How might the Natural Resources Conservation Service (NRCS) better leverage private capital to support its mission? Could certain conservation practices generate financial returns and attract investment? In this interview, Ricardo Bayon and Alex Eidson, a partner and an analyst at Encourage Capital, share insight and ideas from their new report, “NRCS and Investment Capital: Investing in America Together.” This is the second article of a two-part series.
How might the Natural Resources Conservation Service (NRCS) better leverage private capital to support its mission? Could certain conservation practices generate financial returns and attract investment? In this interview, Ricardo Bayon and Alex Eidson, a partner and an analyst at Encourage Capital, share insight and ideas from their new report, “NRCS and Investment Capital: Investing in America Together.” This is the first article in a two-part series.
What if the development of these approaches could be responsibly accelerated? What if we could shorten the time it takes for environmental markets and investment vehicles to be defined, piloted, scaled, and matured—without cutting corners? The Conservation Finance Network’s recent report, “Private Capital and Working Lands Conservation: A Market Development Framework,” responds to these questions by translating practitioner insight into a framework and common language in the hope of speeding solutions to market development. The report attempts to describe how stakeholders could better delineate their roles and focus their money and authority. It is meant to help stakeholders set realistic goals, expectations, and timeframes to see more capital deployed faster.
Ecotourism is beginning to catch the eye of private investors and other funders who are interested in financing sustainable development, land rehabilitation, wildlife reintroduction, and/or conservation research. Examples from Africa show how ecotourism can synergistically build support for these goals.
Conservation professionals have a challenging path ahead, but resilience finance makes it easier. Out of the carnage that Hurricane Andrew caused in 1992, a market for catastrophe (‘cat’) bonds was born. While ordinary bonds pay buyers interest to cover the risk of default by the issuer, cat bonds compensate buyers with higher interest rates for taking on the risk of extreme events. In the event that disaster hits, investors lose their principal.
Timing can make or break a conservation deal. Land trusts and other conservation groups often work with motivated sellers who must divest property by a certain date or are otherwise eager to close deals quickly. The organizations must either gather the required financing on the sellers’ short timelines or forego the projects. When organizations are short on cash but deem projects too important to ignore, conservation loans can bridge the financing gaps.
There is a high level of uncertainty about federal funding for land conservation over the next four years. The recently passed 2017 budget has kept many conservation-related programs and funds intact, but 2018 may be a different story. The administration’s proposed budget calls for broad cuts to conservation funding, but Congress makes the final decision on appropriations.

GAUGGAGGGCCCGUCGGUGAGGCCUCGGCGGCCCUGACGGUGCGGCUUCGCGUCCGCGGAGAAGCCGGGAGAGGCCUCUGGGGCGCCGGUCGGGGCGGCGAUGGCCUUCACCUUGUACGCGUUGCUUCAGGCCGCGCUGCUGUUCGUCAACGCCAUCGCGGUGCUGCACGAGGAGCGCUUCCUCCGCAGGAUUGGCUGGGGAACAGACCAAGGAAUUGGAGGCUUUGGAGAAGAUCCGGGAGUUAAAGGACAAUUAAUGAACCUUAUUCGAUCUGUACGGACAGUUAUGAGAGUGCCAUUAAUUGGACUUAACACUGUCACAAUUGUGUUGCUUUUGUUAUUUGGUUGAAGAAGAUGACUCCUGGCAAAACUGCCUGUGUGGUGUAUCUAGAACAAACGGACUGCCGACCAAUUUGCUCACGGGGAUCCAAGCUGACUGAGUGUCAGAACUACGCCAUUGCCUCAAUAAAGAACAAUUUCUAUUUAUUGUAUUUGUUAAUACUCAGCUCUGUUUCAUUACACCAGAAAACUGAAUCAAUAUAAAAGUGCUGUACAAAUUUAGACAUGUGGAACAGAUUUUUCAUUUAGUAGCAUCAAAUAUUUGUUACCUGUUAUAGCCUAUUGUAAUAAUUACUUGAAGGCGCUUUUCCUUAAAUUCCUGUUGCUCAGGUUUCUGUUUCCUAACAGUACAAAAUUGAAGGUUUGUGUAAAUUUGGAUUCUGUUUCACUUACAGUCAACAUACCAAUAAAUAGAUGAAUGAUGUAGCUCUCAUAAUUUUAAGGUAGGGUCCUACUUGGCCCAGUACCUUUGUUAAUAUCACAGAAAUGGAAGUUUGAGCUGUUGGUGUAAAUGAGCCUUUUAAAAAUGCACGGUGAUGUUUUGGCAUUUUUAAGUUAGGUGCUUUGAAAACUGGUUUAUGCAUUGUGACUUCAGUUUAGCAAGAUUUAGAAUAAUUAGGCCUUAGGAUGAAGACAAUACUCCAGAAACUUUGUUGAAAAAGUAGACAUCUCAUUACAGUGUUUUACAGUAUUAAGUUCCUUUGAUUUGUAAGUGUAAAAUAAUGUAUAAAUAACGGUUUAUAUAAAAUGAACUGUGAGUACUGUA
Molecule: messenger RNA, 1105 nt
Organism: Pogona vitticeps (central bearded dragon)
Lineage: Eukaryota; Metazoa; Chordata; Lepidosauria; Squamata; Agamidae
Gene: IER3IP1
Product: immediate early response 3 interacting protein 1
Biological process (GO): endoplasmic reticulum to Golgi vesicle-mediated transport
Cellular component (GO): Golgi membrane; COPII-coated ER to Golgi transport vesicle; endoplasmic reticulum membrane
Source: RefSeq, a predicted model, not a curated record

Consider this: The $400 billion in private environmental finance needed annually, according to Credit Suisse and McKinsey & Company, is eight times even the more generous current estimates of conservation finance. Practitioners and experts gathered last month at the New York City office of Credit Suisse to explore how to bridge that gap and meet the conservation objectives of the United Nations 2030 Sustainable Development Goals. Conservation Finance Network cohosted the event. Here are some key insights from the conversation.
Investors and bond issuers must improve communication in order to meet each other’s needs as the green-bond market expands rapidly. Green bonds have the potential to enhance transparency, mitigate risk, and stimulate the market toward reaching a low-carbon economy. The green-bond market is estimated to total $150 billion in 2017. This is an 85 percent increase above 2016, according to data from Climate Bonds Initiative.
Dramatic increases in investment in conservation over the last decade are the focus of a new report authored by Forest Trends’ Ecosystem Marketplace, “State of Private Investment in Conservation 2016.” The report sheds light on the many dimensions that drove growth between 2004 and 2015.
We are pleased to announce that the Conservation Finance Network’s 2016 Boot Camp training course is being held in partnership with the Nicholas School of the Environment at Duke University from June 6 to 10.
The White House has issued a directive to point federal agencies toward building ecosystem-services valuation into their plans, investments and regulations. This directive, released on Oct. 7, will help agencies synthesize conservation’s ecosystem benefits with its value to society.
A new forum has emerged for discussing key issues in the rapidly growing and evolving conservation finance field: the Conservation Finance Practitioner Roundtable. The group met for the first time on Jan. 20 at the New York Academy of Sciences in New York City.
While launching our website, we’ve created a video library of playlists you can explore. Visit the videos below - and our new YouTube channel - to learn the nuts and bolts of conservation finance techniques and see how they are applied in the field.
“We don’t have a water crisis, we have a water-management crisis,” said Joe Whitworth, president of The Freshwater Trust, a nonprofit organization based in Portland, Ore., when he spoke at the Social Capital Markets Conference (SOCAP15) in San Francisco on Oct. 8.